Thursday, August 22, 2019

REVIEW: We Walked the Sky by Lisa Fiedler

We Walked the Sky
A stunning, multigenerational story about two teenagers: Victoria, who joins the circus in 1965, and her granddaughter, Callie, who leaves the circus fifty years later.

In 1965 seventeen-year-old Victoria, having just escaped an unstable home, flees to the ultimate place for dreamers and runaways--the circus. Specifically, the VanDrexel Family Circus where, among the lion tamers, roustabouts, and trapeze artists, Victoria hopes to start a better life.

Fifty years later, Victoria's sixteen-year-old granddaughter Callie is thriving. A gifted and focused tightrope walker with dreams of being a VanDrexel high wire legend just like her grandmother, Callie can't imagine herself anywhere but the circus. But when Callie's mother accepts her dream job at an animal sanctuary in Florida just months after Victoria's death, Callie is forced to leave her lifelong home behind.

Feeling unmoored and out of her element, Callie pores over memorabilia from her family's days on the road, including a box that belonged to Victoria when she was Callie's age. In the box, Callie finds notes that Victoria wrote to herself with tips and tricks for navigating her new world. Inspired by this piece of her grandmother's life, Callie decides to use Victoria's circus prowess to navigate the uncharted waters of public high school.

Across generations, Victoria and Callie embrace the challenges of starting over, letting go, and finding new families in unexpected places.

1965: Victoria's mother is dying and she's being abused by her father. When the circus comes to town, she takes her chance and asks for a job, creating a new life for herself. Now: Callie is a tightrope-walker at her family circus, at least, she was until her mom decides to move her and Callie to an animal sanctuary. Both Victoria and Callie think that their situation is only temporary.

Once I read the synopsis to this book, I knew I had to read it. This was a wonderfully written book and I was drawn into the story. The book is in dual POV, switching between Victoria and Callie. I loved that this book has a dual perspective of family, within two different time periods. So many YA books use dual POV for romance and it was a breath of fresh air to see it used differently.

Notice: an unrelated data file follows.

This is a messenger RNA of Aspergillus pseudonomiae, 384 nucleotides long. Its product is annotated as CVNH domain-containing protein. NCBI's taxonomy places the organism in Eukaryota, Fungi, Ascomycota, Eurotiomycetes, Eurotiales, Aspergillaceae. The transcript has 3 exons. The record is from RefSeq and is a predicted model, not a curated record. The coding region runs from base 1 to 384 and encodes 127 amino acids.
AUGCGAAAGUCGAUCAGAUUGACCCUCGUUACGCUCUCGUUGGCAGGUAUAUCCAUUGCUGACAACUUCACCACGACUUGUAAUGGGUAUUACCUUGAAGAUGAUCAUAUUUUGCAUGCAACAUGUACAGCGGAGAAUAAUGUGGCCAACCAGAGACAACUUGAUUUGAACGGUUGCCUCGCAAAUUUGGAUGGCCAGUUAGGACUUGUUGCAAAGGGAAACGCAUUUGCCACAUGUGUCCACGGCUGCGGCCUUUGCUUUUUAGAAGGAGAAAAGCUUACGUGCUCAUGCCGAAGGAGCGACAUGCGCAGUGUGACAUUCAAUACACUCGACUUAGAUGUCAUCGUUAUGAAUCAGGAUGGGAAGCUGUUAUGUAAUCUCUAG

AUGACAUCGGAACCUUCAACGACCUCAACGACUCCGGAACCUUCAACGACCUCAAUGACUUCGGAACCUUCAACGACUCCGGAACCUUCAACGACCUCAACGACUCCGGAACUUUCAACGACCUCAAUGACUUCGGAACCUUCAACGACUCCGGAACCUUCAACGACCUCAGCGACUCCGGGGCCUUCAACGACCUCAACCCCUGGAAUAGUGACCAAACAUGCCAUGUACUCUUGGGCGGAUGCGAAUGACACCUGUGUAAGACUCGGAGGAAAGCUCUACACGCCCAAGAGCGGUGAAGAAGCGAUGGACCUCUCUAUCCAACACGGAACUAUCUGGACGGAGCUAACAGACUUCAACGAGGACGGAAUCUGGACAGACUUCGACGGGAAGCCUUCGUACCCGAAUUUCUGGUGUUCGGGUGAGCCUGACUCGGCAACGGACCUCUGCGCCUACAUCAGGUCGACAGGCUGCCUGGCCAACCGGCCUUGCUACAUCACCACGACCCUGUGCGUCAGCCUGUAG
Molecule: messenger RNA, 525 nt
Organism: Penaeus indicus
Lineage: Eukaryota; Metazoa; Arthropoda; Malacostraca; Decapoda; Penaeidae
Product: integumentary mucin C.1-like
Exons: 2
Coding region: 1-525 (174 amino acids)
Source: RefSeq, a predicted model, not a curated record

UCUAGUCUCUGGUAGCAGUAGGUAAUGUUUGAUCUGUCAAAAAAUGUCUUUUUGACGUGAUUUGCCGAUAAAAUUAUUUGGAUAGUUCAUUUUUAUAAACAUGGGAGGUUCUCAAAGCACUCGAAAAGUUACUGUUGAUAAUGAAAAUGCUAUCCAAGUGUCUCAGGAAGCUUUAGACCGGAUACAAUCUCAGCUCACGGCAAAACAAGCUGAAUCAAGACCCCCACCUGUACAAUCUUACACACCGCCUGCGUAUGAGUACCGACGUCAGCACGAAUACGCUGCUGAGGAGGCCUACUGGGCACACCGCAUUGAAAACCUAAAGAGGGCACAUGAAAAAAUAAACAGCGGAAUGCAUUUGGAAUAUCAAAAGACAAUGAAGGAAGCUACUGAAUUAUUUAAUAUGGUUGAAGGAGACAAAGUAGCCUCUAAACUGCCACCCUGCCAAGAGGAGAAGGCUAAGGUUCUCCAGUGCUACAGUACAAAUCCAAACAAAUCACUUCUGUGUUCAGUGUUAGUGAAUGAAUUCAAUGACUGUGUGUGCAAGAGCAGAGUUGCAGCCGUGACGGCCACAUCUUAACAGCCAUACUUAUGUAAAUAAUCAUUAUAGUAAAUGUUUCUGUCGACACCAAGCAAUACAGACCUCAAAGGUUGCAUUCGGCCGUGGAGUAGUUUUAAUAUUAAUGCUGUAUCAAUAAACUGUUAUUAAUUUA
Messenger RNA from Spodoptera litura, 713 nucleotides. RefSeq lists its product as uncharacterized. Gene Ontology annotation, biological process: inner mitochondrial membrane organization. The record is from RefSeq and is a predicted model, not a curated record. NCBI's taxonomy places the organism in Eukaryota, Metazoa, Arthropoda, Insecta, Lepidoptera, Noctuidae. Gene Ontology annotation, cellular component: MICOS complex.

Out of the two narratives, Victoria's was my favorite. She was such a strong character, even though she didn't always feel strong, because she worked hard once she was in the circus and she had the courage to run away from her dangerous home environment. She really grows so much throughout her chapters and it was written extraordinarily well. Her story is also a bit more interesting. Yes, there is the historical backdrop and the circus setting that made it interesting, but there was an actual story progression in her chapters that made me want to keep reading forward. Even though I knew how parts of her story would end, thanks to Callie's chapters, and I knew that it would break my heart, I wanted to see how it got there.

Callie's chapters didn't interest me as much. Partially because I didn't like Callie very much. She lived in the circus her whole life but didn't care enough about anyone (except her grandmother) to make friendships with anyone. It made me a bit sad, honestly, but her character came off as obnoxious because she didn't seem to care about anyone else and just wanted to go back to the circus. Unlike Victoria, who had more of a reason to want to leave her home life and become her own person, Callie's reasoning just didn't feel as strong. I did like seeing her connection with tightrope-walking and all of her grandmother's notes helping her along. Callie's chapters worked the best when they felt like they were intertwined with Victoria's story, but there wasn't much of a plot driving her chapters, and I just wanted to go back to Victoria's chapters.

Overall, this is a fantastic book, wonderfully narrated, and I loved the focus on family. Again, I preferred Victoria's story to Callie's and that greatly affected my rating, but I did like seeing hints of Victoria in Callie's chapters. The ending punches you in the gut. It hurts and I am again astounded by Victoria's strength. This is the first book I've read by Lisa Fiedler, but I will keep my eyes open for any more YA from her in the future.

I hereby give this book
3.5 Stars
Meaning: I liked it, but it wasn't quite amazing.

No comments :

Post a Comment